Social Security Disability Conditions Explained | Merryl Jones, Second Chance Lawyer

If you are unable to work because of a disability, you may be wondering if you qualify for Social Security disability benefits. In this article, we will discuss the conditions that automatically qualify you for Social Security disability. Keep in mind that these are not the only conditions that can qualify you for benefits; however, they are some of the most common, and Merryl Jones, Second Chance Lawyer, has experience representing people with more than 20 different Social Security disability conditions.

Which Conditions Automatically Qualify You for Disability

There are no conditions that automatically qualify someone for disability benefits. However, there are certain conditions that make it more likely that an individual will be approved for Social Security disability benefits. The Social Security Administration (SSA) has a list of impairment categories, and if your condition is listed under one of these categories and meets the criteria required concerning the severity of the specific condition, you may qualify for Social Security disability benefits.

The most common impairment categories that lead to Social Security disability approval are:

  • Musculoskeletal System

  • Special Senses and Speech

  • Respiratory Disorders

  • Cardiovascular System

  • Digestive System

  • Genitourinary Disorders

  • Hepatitis

  • Skin Disorders

  • Endocrine Disorders

  • Congenital Disorders that Affect Multiple Body Systems

  • Cancer

  • Immune System Disorders

  • Mental Disorders

  • Neurological Disorders

If you are suffering from a condition that is not listed under one of these categories, you may still be eligible for Social Security disability benefits.  The SSA will consider your condition as a whole, taking into account your age, education, past work experience, and any other impairments you may have in addition to your primary condition.

Does my impairment need to be on the SSA list?

No, but it makes the process easier. If your impairment is on the SSA list, you are considered “disabled” if the SSA finds that your condition meets or equals a listing.

What if my impairment is not on the SSA list?

The SSA will consider a wide variety of factors, one of the most important being whether you are able to work or not based on your condition. This is the most important factor of all and is determined by considering your condition along with a variety of other social and life factors mentioned above.

If your condition is not on the SSA’s list, then you can still present a formal diagnosis of your condition, proving it to be a “medically determinable impairment.” This is defined as an impairment that is preventing you from working and doing your daily activities as normal.

Medically determinable impairment will be determined by a review of your complete medical records. The SSA will also send you to one of their doctors for a thorough examination if needed.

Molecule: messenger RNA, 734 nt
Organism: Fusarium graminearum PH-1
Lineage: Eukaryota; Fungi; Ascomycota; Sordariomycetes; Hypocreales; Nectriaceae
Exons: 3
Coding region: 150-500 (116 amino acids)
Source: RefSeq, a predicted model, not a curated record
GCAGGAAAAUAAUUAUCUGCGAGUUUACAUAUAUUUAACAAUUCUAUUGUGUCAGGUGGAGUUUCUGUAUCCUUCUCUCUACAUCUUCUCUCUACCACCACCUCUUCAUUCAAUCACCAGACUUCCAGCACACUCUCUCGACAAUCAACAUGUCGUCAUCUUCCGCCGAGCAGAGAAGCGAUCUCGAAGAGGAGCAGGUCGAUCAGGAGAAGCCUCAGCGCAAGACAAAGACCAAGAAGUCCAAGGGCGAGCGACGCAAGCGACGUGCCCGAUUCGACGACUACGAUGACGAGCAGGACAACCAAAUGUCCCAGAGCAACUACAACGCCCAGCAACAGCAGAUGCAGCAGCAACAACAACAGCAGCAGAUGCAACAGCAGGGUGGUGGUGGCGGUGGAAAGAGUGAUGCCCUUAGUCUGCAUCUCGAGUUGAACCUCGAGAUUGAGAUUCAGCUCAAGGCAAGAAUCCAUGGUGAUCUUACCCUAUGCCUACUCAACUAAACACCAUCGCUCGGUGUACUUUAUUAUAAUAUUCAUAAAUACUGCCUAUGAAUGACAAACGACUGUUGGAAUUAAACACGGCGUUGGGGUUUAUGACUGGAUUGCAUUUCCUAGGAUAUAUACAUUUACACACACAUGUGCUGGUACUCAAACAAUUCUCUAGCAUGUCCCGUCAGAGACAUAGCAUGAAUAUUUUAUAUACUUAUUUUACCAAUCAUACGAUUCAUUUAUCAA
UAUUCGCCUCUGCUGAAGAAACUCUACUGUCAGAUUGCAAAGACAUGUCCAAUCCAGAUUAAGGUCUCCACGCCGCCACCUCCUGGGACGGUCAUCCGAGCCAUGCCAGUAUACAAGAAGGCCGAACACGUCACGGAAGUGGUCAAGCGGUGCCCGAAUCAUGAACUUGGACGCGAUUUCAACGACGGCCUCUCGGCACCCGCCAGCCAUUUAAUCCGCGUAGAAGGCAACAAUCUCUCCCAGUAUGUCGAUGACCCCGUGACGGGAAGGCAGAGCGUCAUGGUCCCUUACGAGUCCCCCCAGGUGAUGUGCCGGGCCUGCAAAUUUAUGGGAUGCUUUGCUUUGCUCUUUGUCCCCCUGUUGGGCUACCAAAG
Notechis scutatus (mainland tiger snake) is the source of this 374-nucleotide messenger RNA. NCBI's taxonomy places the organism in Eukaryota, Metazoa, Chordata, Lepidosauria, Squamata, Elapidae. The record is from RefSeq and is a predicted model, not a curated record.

You must provide documentation of your condition in order to be approved for Social Security disability benefits. This documentation should come from a qualified medical source, such as a doctor, nurse practitioner, or psychologist in the case of a mental health condition.

The SSA uses a measure known as the “residual functional capacity” to determine this. This is defined as the level of work you are still able to do despite your condition.

For example, if you are suffering from a heart condition that prevents you from doing heavy lifting, but you are still able to sit for long periods of time and do light office work, then the SSA will likely find that you have a residual functional capacity that would allow you to do sedentary work if you are under the age of 50.  Different rules apply for older individuals.

The Application Process for Disability Benefits

If you think you may qualify for Social Security disability benefits, the best first step is to contact an experienced Social Security disability attorney. The application process can be complex and difficult to navigate on your own, and a Social Security attorney can help ensure that you are putting your best foot forward.

The process usually starts with an application, which can be done online, over the phone, or in-person at your local Social Security office.

After you have submitted your application, the next step is usually a disability interview. This is an opportunity for you to discuss your medical conditions and how they impact your ability to work.

From there, your case will go through a few more steps, including a review of your medical records and, in some cases, a disability hearing.

At each stage of the process, you have the right to a third-party representative, such as an attorney.

If you are approved for Social Security disability benefits, you will likely receive back pay for the months that you were out of work due to your condition, as well as ongoing monthly payments. The amount of these payments will vary depending on your individual circumstances.

Do I qualify based on the Social Security disability conditions?

The best way to find out whether you qualify based on Social Security disability conditions is to get in touch with Merryl Jones, Second Chance Lawyer. Our law offices have represented people with various conditions for both Social Security Disability Insurance (SSDI), and Supplemental Security Income (SSI). Contact us online today, or call us at 800-749-36120 for a free case evaluation.